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  • Cartilage is a tough, resilient type of connective tissue that structurally supports certain soft tissues, notably in the respiratory tract, and provides cushioned, low-friction surfaces in joints.

  • Cells of cartilage, chondrocytes, make up a small percentage of the tissue’s mass, which is mainly a flexible mass of extracellular matrix (ECM).

  • Chondrocytes are embedded within lacunae surrounded by the ECM.

  • Cartilage ECM typically includes collagen as well as abundant proteoglycans, notably aggrecan, which bind a large amount of water.

  • Cartilage always lacks blood vessels, lymphatics, and nerves, but it is usually surrounded by a dense connective tissue perichondrium that is vascularized.

  • There are three major forms of cartilage: (1) hyaline cartilage, (2) elastic cartilage, and (3) fibrocartilage.

Hyaline Cartilage
  • The ECM of hyaline cartilage is homogenous and glassy, rich in fibrils of type II collagen and aggrecan complexes with bound water.

  • The ECM has less collagen and more proteoglycan immediately around the lacunae, producing slight staining differences in this territorial matrix.

  • Chondrocytes occur singly or in small, mitotically derived isogenous groups.

  • Perichondrium is usually present, but not at the hyaline cartilage of articular surfaces or the epiphyses of growing long bones.

Elastic Cartilage
  • Elastic cartilage generally resembles hyaline cartilage in its chondrocytes and major ECM components, but its matrix includes abundant elastic fibers, visible with special stains, which increase the tissue’s flexibility.

  • Elastic cartilage provides flexible support for the external ear as well as certain structures of the middle ear and larynx; it is always surrounded by perichondrium.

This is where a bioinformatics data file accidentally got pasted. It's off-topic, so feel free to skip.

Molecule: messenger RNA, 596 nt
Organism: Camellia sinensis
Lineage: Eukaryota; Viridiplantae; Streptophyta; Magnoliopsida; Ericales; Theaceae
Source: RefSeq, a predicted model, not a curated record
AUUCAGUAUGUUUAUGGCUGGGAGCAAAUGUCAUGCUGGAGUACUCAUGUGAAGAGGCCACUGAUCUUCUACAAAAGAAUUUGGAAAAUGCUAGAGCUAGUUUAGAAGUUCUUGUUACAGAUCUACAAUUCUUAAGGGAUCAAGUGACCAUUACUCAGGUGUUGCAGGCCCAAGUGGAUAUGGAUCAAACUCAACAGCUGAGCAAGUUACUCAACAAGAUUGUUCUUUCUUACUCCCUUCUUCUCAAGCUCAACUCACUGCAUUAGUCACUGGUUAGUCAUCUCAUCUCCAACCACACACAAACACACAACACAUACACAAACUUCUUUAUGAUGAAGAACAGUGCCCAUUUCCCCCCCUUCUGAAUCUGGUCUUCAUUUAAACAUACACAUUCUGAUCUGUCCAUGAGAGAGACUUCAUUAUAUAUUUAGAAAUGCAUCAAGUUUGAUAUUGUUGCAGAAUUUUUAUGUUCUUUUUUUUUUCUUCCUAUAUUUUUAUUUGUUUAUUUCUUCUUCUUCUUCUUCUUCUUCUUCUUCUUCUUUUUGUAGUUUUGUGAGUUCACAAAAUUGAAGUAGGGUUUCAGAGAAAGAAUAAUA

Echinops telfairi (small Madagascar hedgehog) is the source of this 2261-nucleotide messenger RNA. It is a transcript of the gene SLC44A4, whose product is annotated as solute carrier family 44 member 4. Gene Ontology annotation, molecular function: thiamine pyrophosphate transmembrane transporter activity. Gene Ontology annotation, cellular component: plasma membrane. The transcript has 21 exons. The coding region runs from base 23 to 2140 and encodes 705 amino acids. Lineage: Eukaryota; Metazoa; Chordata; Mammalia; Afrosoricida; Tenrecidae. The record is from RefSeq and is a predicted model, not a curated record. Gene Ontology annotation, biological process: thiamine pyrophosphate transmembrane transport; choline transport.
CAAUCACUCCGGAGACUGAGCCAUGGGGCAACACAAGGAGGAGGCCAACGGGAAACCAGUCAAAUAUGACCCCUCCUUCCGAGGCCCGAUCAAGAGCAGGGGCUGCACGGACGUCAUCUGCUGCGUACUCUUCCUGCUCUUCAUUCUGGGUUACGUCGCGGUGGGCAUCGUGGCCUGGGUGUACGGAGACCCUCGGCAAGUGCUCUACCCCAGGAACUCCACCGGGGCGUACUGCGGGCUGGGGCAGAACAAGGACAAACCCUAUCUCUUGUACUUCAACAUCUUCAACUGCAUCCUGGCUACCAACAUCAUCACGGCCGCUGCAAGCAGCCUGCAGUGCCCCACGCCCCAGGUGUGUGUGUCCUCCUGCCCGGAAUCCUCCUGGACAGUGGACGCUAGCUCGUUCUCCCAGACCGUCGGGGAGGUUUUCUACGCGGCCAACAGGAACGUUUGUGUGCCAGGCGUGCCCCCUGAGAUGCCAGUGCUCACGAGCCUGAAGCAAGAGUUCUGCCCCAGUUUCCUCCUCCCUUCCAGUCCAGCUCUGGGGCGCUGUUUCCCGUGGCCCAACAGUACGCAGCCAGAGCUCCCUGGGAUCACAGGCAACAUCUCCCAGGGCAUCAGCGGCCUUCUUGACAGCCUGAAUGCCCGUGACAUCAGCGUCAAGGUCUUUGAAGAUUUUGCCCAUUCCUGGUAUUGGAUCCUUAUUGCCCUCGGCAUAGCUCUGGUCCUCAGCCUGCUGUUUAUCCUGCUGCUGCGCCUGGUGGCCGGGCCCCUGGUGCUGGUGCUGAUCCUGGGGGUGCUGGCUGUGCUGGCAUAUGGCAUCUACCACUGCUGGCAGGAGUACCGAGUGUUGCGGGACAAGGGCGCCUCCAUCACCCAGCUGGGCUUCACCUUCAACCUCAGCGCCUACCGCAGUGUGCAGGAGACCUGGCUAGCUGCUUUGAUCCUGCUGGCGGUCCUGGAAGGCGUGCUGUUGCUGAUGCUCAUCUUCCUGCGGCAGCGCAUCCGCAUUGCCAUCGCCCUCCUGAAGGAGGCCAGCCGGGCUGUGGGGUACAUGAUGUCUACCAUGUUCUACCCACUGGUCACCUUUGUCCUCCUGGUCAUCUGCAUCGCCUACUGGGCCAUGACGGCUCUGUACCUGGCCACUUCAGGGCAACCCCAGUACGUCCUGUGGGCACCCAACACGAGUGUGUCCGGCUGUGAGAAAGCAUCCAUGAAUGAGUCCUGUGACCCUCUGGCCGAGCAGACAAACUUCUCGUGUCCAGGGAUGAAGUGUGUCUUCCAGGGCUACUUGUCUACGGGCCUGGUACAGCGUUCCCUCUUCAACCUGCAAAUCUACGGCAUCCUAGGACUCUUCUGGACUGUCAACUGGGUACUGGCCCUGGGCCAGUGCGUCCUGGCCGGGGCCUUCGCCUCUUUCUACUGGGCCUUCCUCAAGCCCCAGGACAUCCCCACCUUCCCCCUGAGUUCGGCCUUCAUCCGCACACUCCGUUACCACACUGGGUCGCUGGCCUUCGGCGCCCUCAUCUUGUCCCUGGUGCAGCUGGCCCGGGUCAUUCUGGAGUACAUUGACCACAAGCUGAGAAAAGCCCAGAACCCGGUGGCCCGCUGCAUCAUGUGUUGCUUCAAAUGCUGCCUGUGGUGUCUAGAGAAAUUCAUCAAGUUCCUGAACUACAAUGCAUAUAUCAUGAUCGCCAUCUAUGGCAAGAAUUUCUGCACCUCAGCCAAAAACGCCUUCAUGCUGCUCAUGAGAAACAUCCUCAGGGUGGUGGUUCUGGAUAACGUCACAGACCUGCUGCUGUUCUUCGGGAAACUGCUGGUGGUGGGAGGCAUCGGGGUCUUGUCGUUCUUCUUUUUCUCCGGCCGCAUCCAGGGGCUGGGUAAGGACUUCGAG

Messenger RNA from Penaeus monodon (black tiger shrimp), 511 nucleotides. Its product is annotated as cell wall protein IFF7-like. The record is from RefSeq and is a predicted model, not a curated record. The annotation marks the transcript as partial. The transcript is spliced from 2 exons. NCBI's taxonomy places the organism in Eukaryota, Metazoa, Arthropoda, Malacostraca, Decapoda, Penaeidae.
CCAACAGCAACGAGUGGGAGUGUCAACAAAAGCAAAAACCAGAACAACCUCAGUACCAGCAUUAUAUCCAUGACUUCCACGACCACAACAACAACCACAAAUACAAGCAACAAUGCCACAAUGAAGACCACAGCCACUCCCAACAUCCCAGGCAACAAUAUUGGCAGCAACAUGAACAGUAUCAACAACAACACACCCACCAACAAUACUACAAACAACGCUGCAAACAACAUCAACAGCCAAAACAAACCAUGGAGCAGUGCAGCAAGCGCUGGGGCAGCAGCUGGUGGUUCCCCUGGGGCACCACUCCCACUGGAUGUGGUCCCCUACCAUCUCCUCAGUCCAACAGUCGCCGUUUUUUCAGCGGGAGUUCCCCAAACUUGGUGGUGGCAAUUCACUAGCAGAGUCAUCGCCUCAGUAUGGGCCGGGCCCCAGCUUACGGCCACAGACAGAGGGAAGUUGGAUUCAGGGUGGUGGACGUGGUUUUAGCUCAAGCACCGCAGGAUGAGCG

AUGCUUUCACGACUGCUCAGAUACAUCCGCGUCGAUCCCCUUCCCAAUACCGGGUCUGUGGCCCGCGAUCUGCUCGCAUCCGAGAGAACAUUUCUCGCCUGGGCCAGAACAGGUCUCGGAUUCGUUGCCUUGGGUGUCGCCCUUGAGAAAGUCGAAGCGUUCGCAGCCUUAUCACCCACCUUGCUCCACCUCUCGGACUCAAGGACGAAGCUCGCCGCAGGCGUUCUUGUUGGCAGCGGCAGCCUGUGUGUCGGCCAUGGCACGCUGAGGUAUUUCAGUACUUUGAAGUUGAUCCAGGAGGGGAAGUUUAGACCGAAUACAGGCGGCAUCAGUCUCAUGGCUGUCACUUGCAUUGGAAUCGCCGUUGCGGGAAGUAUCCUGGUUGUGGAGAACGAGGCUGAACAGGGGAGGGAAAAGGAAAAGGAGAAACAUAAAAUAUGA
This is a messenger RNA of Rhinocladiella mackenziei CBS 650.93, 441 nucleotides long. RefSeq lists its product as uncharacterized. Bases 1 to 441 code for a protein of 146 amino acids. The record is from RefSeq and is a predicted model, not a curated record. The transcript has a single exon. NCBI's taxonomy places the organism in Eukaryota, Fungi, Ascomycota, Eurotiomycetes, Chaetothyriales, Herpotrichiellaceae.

• Fibrocartilage contains varying combinations of hyaline cartilage in small amounts of dense connective tissue.

  • Histologically, it consists of small chondrocytes in a hyaline matrix, usually layered with larger areas of bundled type I collagen with scattered fibroblasts.

  • Fibrocartilage provides very tough, strong support at tendon insertions and in intervertebral discs and certain other joints.

Cartilage Formation, Growth, & Repair
  • All forms of cartilage form from embryonic mesenchyme.

  • Cartilaginous structures grow by mitosis of existing chondroblasts in lacunae (interstitial growth) or formation of new chondroblasts peripherally from progenitor cells in the perichondrium (appositional growth).

  • Repair or replacement of injured cartilage is very slow and ineffective, due in part to the tissue’s avascularity and low metabolic rate.


Cartilage is a tough, durable form of supporting connective tissue, characterized by an extracellular matrix (ECM) with high concentrations of GAGs and proteoglycans, interacting with collagen and elastic fibers. Structural features of its matrix make cartilage ideal for a variety of mechanical and protective roles within the adult skeleton and elsewhere (Figure 7–1).


Distribution of cartilage in adults.

(a) There are three types of adult cartilage distributed in many areas of the skeleton, particularly in joints and where pliable support ...

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